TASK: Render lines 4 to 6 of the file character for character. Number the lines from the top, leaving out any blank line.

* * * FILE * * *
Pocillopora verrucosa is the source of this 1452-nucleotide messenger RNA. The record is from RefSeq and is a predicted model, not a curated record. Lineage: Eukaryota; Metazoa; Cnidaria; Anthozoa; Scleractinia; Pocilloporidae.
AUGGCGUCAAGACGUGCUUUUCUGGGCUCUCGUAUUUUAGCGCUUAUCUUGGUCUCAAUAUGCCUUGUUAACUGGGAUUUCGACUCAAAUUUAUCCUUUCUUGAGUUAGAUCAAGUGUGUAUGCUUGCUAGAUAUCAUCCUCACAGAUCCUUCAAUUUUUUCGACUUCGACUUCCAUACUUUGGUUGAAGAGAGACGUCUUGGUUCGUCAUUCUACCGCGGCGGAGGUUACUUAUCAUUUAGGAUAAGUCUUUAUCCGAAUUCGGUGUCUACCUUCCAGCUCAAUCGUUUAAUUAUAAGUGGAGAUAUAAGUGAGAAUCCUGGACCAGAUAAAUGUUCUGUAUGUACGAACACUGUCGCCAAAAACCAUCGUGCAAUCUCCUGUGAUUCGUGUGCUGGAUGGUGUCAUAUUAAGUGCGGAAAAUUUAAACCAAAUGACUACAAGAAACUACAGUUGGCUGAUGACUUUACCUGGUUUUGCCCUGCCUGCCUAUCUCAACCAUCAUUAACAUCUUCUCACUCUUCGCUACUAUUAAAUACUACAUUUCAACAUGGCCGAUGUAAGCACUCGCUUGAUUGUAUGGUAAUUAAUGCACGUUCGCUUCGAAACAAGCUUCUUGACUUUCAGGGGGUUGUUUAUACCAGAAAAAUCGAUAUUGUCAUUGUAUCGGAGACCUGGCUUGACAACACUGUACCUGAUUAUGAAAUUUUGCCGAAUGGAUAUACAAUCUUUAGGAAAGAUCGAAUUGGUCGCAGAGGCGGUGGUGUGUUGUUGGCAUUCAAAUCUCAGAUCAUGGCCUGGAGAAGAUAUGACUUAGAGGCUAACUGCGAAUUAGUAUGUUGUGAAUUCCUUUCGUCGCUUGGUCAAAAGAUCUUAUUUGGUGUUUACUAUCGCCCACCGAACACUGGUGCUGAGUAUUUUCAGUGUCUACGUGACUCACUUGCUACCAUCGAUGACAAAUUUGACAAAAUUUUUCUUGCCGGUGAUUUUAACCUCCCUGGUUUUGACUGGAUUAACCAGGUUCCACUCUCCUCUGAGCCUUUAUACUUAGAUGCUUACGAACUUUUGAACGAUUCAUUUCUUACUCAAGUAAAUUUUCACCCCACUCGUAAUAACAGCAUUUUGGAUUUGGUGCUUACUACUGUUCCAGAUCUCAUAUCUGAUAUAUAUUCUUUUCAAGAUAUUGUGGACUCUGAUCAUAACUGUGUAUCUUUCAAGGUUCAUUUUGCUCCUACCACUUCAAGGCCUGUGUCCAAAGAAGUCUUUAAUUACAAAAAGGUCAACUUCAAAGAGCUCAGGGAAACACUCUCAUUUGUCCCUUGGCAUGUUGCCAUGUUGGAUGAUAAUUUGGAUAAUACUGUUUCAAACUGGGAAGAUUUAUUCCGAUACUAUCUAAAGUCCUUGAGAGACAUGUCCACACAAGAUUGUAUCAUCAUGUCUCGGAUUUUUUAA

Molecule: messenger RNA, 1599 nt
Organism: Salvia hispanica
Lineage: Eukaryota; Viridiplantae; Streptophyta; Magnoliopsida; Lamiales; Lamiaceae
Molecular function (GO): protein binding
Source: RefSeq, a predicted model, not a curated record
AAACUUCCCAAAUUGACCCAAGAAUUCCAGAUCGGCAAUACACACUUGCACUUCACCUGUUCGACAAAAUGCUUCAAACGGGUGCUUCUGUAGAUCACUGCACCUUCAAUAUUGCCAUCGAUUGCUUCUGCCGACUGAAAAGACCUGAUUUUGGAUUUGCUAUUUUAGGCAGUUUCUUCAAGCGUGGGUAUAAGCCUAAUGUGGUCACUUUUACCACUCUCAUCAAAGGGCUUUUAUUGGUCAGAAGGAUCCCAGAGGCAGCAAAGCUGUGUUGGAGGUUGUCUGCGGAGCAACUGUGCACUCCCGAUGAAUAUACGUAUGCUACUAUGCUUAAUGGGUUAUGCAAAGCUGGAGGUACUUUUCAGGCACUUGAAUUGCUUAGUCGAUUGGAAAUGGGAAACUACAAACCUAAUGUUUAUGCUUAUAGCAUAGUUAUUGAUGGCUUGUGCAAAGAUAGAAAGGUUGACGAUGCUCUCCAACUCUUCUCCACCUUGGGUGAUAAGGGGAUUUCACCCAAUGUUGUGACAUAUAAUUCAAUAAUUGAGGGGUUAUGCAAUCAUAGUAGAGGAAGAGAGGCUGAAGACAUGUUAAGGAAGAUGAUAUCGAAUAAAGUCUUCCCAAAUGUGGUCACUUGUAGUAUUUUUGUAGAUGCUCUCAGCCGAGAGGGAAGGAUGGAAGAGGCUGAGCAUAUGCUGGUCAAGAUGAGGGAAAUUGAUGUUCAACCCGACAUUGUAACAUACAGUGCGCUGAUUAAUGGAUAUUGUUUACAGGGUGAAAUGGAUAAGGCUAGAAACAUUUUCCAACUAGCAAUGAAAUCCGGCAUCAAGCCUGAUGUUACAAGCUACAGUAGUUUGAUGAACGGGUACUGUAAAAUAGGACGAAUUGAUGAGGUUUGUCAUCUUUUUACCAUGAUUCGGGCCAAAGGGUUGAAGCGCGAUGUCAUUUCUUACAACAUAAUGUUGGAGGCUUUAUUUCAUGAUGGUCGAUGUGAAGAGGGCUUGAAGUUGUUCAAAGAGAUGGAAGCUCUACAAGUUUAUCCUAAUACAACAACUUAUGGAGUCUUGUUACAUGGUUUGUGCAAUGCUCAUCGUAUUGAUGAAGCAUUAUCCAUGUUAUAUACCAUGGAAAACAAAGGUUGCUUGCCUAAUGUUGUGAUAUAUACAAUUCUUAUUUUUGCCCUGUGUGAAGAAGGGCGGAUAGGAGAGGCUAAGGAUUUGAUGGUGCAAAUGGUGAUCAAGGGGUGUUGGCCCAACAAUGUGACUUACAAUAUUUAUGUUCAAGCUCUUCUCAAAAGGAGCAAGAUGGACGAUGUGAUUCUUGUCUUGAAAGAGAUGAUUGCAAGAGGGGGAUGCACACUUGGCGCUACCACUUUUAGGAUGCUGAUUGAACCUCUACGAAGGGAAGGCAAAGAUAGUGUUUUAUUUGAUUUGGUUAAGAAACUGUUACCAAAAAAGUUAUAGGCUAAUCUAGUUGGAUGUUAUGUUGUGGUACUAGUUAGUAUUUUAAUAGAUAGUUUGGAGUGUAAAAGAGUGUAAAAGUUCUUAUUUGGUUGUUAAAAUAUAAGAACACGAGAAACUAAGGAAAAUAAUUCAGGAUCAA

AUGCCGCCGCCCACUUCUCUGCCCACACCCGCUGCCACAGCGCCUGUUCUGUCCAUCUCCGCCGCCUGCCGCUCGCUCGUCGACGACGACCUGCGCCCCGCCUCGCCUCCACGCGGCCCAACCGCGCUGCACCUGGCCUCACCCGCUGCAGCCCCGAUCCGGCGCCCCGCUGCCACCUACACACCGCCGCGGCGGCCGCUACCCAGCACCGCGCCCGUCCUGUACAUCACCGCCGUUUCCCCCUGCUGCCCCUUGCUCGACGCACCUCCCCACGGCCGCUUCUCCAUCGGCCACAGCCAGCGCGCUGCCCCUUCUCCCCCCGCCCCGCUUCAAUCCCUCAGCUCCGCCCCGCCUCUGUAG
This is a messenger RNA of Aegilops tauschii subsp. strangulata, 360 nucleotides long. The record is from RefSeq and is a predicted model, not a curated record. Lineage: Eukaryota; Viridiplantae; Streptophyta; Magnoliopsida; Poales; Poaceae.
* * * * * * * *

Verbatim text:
Organism: Salvia hispanica
Lineage: Eukaryota; Viridiplantae; Streptophyta; Magnoliopsida; Lamiales; Lamiaceae
Molecular function (GO): protein binding